Startups such as Everledger are proposing the use of blockchains to revolutionize supply-chain management. For example, by recording the provenance and transportation of grapes on the blockchain, you can help cut down on wine counterfeiting, which affects as much as 20 percent of the world’s fine wines.
Blockchain technology could also help empower patients by giving them more control over their sensitive personal data.
When visiting a specialty doctor such as a dermatologist, you might want to give out certain information such as your family history of skin cancer while withholding other information, such as your fertility treatments.
By putting your personal health files on the blockchain, you can mete out access to this data as you see fit while preventing access to other irrelevant information. This pick-and-choose capability would also be useful for applying to jobs with certain health requirements. It's also practical to help you switch hospitals without having to provide the same information again.
As with healthcare, blockchain technology can help you selectively provide personal information to the people and organizations that need it without sending your entire life history.
Customers at a bar, for example, must show IDs to verify their age. When you provide your physical ID card, however, the bouncer can see other sensitive information such as your address and ID number.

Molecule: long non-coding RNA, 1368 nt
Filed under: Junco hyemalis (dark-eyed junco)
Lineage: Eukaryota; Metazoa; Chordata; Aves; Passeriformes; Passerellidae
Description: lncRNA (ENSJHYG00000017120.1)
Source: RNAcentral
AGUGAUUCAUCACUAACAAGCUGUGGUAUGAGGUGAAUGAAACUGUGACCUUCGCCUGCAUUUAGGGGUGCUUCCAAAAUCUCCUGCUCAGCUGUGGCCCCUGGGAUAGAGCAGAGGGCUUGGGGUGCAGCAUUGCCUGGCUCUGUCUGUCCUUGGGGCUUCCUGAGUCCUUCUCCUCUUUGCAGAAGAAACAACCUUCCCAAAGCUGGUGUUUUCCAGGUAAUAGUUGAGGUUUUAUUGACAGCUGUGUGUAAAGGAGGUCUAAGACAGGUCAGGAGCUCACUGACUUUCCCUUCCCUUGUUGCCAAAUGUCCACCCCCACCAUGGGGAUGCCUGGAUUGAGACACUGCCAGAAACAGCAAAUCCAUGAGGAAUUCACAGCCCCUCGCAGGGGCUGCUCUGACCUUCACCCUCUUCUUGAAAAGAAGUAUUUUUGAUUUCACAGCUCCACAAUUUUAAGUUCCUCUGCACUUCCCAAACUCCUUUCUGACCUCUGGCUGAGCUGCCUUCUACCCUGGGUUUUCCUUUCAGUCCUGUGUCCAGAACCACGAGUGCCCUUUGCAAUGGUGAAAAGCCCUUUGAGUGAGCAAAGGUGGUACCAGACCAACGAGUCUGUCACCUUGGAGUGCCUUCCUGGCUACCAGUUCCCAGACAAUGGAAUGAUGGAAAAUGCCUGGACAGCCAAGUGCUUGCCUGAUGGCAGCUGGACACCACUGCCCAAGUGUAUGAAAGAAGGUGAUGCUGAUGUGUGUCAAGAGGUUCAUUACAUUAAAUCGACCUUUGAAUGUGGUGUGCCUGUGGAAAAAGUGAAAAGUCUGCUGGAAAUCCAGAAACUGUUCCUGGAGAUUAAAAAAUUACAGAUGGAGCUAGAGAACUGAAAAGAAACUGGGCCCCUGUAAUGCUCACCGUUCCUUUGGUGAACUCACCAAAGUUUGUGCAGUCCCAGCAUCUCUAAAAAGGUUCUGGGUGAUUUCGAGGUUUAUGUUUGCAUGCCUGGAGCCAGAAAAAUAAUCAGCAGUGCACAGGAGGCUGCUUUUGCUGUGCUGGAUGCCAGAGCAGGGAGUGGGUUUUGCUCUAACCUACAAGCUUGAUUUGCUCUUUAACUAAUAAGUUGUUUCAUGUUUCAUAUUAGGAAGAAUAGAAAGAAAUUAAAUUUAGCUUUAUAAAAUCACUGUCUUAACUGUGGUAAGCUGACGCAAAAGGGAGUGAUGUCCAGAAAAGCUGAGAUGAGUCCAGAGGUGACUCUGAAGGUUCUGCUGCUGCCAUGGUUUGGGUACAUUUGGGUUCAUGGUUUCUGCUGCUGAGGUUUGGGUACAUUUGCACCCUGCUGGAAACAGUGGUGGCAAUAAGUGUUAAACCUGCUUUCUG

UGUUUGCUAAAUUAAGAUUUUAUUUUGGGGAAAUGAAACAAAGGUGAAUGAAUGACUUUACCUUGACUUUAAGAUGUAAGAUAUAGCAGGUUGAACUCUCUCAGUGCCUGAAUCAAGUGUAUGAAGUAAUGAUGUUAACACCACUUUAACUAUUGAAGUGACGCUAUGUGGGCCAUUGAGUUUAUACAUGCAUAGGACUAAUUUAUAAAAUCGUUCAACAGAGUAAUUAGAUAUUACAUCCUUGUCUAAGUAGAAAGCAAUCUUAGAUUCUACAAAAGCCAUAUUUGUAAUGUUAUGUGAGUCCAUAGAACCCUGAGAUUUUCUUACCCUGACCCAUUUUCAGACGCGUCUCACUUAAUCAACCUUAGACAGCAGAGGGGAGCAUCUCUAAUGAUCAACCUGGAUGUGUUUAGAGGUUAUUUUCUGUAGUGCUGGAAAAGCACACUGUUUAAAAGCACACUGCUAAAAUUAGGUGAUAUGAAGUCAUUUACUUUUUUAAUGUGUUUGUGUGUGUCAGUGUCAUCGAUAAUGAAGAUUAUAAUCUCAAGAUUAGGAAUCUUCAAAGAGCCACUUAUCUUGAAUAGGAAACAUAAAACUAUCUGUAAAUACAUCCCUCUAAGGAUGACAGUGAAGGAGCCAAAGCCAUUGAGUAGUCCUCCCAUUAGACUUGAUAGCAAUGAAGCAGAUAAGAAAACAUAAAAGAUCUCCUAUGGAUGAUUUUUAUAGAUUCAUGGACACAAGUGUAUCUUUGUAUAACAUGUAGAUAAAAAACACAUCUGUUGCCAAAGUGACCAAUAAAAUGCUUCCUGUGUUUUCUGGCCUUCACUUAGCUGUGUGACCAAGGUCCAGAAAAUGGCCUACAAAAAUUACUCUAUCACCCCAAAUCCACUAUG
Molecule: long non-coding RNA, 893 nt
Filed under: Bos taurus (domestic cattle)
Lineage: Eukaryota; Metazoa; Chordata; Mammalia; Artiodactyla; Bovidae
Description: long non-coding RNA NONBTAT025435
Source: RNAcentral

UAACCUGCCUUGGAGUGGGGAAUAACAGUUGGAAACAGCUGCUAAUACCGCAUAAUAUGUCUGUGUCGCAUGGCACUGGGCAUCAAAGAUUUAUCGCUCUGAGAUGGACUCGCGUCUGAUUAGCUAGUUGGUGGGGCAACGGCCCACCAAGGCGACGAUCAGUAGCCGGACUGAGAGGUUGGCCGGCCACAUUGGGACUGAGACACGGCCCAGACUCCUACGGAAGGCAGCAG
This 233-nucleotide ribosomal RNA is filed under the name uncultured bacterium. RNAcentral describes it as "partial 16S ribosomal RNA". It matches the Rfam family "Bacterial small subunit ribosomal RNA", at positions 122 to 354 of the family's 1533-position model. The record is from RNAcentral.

If you opted to put your personal data on a blockchain, you could move to a permissions-based model to verify that you are old enough to drink alcohol by transmitting your age without providing other irrelevant data.
Blockchain technology is not just useful for a night out. You could potentially save hours of work by automatically propagating electronic forms with immutable personal data such as date of birth.
6. Security and Compliance
The immutability of the blockchain is ideal for industries highly concerned with security and compliance issues, like healthcare and finance. Laws such as HIPAA and Sarbanes-Oxley require organizations to keep appropriate records and safeguard individuals’ private data.
Because no one can change transactions once they are on a blockchain, you can have verifiable proof that you have been compliant with all applicable regulations during an audit.
While there are many applications of blockchain technology well beyond cryptocurrency, you do not need blockchains for everything.
Just like the phrase “Uber for X” was the hottest startup-idea pitch a few years ago, the new phrase to get VC attention is “putting X on the blockchain.”
Be sure that your blockchain use idea actually makes sense for your purposes. What are you gaining with decentralization? Will you need to have implicit trust between the people using the system?
When you have the answer to questions like these, then you will have a better understanding of your business concept and the technology you need to execute it.
For more information about product development, machine learning development and new blockchain applications, contact us at VeryPossible.com.